A woman cannot be utterly wretched

eCommerce Basis



They were married very shortly after—there being no reason why they should wait. Nobody approved of them nor of their match, nor would have been likely to do so had they waited half a dozen years. Their little world stood round, as it were, and gazed upon them, declaring it washed its hands of all responsibility. Her stepmother went about the house as if she were assisting at a funeral—even little Mary turned reproachful eyes upon her.

‘Poor wee baby! Poor wee Margret!’ she would say, caressing the child. ‘Why is she poor baby?’ said Isabel, and little Mary would sigh and shake her head. As for Miss Catherine, she made a formal proposal to take the child under her own care, and leave Mrs. Lothian to ‘her other duties.’

‘A bairn in the house will be an interruption,’ she said. ‘A man with a young wife is often impatient enough of a baby of his own; and ye cannot expect he would be more tender to another man’s child.’

‘She is my child!’ said Isabel, holding her baby tightly strained in her arms.

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For the first time a distinct sense of the claims of the other

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Nothing had occurred on Loch Diarmid for ages which had made so intense a sensation in the district as the death of the minister. The whole country bubbled up and seethed about that one house on the slope—the Manse, peaceablest of habitations, a few days ago so full of quiet happiness, but now shrouded in a veil of horror and woe. Was it accident, or was it murder? At first the opinion of the country-side inclined strongly in favour of the former supposition. The beast was ‘spirity’—too spirity for a man of Mr. Lothian’s age; and the night was stormy and dark; and he had not nor could have any enemy—and he was not robbed. It soon, however, became known that there was an actual witness of the tragedy, whose deposition would set all doubts at rest.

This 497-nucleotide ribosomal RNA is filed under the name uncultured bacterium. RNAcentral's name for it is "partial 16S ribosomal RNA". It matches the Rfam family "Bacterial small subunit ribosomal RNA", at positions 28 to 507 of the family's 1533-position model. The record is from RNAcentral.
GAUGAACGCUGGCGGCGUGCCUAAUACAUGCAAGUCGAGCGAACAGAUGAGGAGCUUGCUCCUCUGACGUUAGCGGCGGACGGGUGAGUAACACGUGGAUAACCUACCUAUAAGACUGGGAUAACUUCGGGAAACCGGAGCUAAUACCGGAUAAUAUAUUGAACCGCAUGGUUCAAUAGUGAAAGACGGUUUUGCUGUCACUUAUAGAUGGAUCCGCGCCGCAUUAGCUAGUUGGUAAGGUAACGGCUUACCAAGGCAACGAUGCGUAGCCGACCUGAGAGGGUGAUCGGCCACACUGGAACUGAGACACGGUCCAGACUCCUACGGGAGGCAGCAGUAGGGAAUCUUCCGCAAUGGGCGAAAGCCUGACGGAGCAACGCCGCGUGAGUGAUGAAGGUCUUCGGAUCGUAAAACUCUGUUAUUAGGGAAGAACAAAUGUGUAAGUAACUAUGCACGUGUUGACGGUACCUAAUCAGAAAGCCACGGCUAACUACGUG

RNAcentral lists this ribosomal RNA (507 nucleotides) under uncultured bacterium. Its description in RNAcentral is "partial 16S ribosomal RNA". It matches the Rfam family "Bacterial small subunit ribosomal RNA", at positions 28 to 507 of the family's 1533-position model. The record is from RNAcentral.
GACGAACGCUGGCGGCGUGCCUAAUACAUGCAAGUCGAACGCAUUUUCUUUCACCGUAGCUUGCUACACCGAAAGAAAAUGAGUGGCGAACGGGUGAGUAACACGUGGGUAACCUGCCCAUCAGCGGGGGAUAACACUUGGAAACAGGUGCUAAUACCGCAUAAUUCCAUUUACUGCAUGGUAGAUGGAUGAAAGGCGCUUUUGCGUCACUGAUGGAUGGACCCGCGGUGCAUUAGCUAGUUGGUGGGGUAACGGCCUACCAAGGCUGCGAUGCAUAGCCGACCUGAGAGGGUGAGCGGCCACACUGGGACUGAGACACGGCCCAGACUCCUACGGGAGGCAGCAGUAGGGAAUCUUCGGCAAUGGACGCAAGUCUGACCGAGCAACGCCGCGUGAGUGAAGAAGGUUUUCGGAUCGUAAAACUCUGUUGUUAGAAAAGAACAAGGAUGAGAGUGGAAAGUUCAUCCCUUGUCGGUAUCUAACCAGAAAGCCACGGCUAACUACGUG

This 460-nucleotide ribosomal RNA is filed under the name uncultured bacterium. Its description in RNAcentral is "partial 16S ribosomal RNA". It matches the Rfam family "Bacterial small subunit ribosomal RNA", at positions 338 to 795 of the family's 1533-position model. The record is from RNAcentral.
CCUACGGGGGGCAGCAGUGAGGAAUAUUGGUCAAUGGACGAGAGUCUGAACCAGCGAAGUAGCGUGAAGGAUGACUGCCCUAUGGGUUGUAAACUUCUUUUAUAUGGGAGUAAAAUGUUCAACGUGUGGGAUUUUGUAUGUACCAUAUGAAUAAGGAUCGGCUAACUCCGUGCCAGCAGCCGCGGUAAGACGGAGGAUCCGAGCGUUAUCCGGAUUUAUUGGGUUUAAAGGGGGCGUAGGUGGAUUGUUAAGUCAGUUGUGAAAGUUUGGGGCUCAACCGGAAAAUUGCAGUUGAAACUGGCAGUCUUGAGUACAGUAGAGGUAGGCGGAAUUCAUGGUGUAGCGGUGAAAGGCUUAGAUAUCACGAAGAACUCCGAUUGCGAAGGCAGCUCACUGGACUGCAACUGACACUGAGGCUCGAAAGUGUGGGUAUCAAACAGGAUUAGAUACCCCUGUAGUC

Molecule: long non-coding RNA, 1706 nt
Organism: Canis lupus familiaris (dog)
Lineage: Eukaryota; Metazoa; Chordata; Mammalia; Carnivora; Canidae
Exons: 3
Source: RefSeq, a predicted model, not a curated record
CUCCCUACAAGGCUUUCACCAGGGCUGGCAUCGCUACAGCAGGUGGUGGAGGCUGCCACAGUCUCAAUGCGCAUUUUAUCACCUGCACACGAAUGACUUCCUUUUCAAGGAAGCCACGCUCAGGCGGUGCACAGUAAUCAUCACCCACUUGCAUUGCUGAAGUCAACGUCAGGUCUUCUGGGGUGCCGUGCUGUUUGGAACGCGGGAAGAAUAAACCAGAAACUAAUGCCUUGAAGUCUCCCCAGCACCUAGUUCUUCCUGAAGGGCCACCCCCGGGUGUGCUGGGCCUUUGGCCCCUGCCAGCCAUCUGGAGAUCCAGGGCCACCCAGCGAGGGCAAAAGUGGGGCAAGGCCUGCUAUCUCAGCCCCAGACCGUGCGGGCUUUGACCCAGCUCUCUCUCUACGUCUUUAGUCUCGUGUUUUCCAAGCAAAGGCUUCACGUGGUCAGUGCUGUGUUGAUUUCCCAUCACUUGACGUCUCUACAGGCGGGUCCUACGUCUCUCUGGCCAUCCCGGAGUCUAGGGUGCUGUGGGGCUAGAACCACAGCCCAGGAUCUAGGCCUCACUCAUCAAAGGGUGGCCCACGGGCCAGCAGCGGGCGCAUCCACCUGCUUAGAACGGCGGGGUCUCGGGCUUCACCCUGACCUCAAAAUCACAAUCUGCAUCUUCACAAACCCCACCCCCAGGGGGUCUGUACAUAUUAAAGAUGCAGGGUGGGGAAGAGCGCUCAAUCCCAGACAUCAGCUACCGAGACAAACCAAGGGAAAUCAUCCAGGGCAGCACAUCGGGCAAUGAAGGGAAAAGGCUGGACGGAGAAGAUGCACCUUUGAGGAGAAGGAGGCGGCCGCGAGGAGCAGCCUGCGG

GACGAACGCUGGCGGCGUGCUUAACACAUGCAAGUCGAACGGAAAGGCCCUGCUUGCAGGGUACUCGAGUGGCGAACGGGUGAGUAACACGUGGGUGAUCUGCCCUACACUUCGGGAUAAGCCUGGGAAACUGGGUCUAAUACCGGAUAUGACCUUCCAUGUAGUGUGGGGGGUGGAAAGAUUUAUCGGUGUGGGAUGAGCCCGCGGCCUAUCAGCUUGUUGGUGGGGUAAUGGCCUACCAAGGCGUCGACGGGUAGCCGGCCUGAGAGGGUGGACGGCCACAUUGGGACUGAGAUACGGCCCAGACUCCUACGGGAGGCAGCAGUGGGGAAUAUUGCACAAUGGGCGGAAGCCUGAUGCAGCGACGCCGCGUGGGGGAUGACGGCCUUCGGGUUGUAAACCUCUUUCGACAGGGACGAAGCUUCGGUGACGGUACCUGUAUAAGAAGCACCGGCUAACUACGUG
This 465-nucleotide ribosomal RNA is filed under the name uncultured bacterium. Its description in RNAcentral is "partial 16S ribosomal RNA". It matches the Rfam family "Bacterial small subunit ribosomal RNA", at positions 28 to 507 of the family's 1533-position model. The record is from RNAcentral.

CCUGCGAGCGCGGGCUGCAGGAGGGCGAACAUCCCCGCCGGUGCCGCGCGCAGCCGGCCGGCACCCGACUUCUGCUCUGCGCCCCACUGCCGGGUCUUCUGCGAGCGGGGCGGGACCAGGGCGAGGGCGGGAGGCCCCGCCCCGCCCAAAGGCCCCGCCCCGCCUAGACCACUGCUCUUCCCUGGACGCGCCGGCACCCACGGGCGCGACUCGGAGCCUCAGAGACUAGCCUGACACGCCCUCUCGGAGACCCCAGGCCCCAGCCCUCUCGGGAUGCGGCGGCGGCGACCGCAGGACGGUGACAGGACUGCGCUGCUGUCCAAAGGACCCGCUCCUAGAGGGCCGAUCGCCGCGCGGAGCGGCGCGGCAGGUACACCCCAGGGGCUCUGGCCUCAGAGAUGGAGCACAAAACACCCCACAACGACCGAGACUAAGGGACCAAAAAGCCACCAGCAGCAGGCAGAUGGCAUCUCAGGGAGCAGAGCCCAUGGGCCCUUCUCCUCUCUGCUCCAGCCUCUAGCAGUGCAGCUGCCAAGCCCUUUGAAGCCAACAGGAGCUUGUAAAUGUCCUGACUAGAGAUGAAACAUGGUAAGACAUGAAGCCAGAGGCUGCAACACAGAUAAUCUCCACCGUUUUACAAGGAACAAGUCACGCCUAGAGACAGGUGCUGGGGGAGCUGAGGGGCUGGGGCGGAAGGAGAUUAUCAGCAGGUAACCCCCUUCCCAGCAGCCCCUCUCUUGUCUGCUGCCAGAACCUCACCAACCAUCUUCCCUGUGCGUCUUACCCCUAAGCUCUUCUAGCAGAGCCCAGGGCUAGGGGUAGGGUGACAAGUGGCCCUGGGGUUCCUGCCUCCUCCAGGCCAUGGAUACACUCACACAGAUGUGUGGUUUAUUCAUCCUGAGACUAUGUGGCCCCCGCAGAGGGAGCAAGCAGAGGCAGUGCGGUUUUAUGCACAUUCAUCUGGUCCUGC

‘I hope she didna do it hersel,’ said the smith, when the tale was discussed. ‘I canna understand Jean Campbell being the one to see it.’

The mind of the district was moved with the profoundest longing for news, however small the scrap might be, that was afforded to it. People sprang up on every side who had seen a man about whom they did not recognise as a person known on the Loch. But, then, unfortunately the differences in their descriptions of him were so great that no individual likeness could be made out. One declared he was a perfect giant, another a little hunchback, one that he was dressed like a gentleman, and another that he was the meanest tramp. Jean Campbell was the only witness who had anything to tell; and her story, indeed, was terribly distinct as to the fact, though wanting in every detail that could identify the criminal. She gave her deposition in the narrative form which is always congenial to the peasant mind, and held by it steadily, though her strong, vigorous frame and rude health were almost worn out by what she had seen.

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The depths of desolation had opened all at once in the mysterious world

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It was an event of which the country-side remained incredulous, until the very last moment. The strange pair were ‘cried’ in church, both being present when the banns were proclaimed, in defiance of all superstition: but still no one believed it could be. Ailie sat passive in her seat while her name was read out, not a passing flicker of colour, not an indication of embarrassment being visible about her. And, to the amazement of the parish, no attempt at interference was made. Miss Catherine sat still within her ancestral palace, the homely mansion-house of Lochhead, like an offended queen. She absented herself from church on the Sunday of the banns, and was not seen of human eye until all was completed; but she made no attempt to interfere. Neither did Mr. Diarmid of Clynder on the other side of the hills, Mr. John’s uncle. The opposition which everybody had expected never made itself visible.

Meanwhile Isabel, profoundly moved by her interview with Ailie, and by all that had since occurred, had made up her mind to one final remonstrance ere the sacrifice should be accomplished. When she had said to Jean, ‘I am going to see Ailie,’ the good woman’s consternation had known no bounds. Not only was the condescension unparalleled, but it was not to be expected that Isabel, as a lady born, and entitled to the possession of feelings more delicate than those of ‘common folk,’ should yet be able to pay any visits even among her equals. ‘Ailie!{146}’ she remonstrated energetically; ‘and wha’s Ailie, that you should gang to see her at such a time? She’s no John Diarmid’s wife yet; and if she was——’

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